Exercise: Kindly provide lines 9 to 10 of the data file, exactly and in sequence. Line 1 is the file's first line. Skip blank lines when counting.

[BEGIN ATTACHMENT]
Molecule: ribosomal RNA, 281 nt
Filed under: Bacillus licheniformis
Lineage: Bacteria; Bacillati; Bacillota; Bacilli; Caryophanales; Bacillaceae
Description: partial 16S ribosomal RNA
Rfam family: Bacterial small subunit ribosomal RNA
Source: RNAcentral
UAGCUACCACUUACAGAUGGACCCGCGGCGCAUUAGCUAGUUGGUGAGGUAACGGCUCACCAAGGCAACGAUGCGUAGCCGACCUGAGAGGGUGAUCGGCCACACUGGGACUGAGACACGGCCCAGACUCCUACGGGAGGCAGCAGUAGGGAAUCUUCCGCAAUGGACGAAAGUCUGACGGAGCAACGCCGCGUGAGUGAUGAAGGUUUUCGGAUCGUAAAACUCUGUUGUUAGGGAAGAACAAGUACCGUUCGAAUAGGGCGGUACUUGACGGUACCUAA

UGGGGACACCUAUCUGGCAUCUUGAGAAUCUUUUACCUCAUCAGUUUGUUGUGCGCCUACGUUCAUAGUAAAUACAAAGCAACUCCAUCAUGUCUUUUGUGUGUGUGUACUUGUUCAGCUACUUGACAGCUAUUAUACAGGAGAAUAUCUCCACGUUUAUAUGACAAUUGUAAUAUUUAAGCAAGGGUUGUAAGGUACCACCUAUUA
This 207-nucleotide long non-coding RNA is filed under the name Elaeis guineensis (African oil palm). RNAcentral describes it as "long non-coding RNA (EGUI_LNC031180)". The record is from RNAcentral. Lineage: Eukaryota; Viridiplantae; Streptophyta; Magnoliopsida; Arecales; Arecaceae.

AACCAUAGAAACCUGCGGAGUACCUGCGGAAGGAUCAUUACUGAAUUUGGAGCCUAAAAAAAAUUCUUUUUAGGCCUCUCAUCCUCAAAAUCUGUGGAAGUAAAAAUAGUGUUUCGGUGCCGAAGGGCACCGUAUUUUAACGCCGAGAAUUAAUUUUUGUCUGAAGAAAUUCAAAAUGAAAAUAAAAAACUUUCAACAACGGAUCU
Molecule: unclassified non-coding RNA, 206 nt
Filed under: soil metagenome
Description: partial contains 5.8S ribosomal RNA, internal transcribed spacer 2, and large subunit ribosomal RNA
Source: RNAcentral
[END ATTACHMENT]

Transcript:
This 207-nucleotide long non-coding RNA is filed under the name Elaeis guineensis (African oil palm). RNAcentral describes it as "long non-coding RNA (EGUI_LNC031180)". The record is from RNAcentral. Lineage: Eukaryota; Viridiplantae; Streptophyta; Magnoliopsida; Arecales; Arecaceae.

AACCAUAGAAACCUGCGGAGUACCUGCGGAAGGAUCAUUACUGAAUUUGGAGCCUAAAAAAAAUUCUUUUUAGGCCUCUCAUCCUCAAAAUCUGUGGAAGUAAAAAUAGUGUUUCGGUGCCGAAGGGCACCGUAUUUUAACGCCGAGAAUUAAUUUUUGUCUGAAGAAAUUCAAAAUGAAAAUAAAAAACUUUCAACAACGGAUCU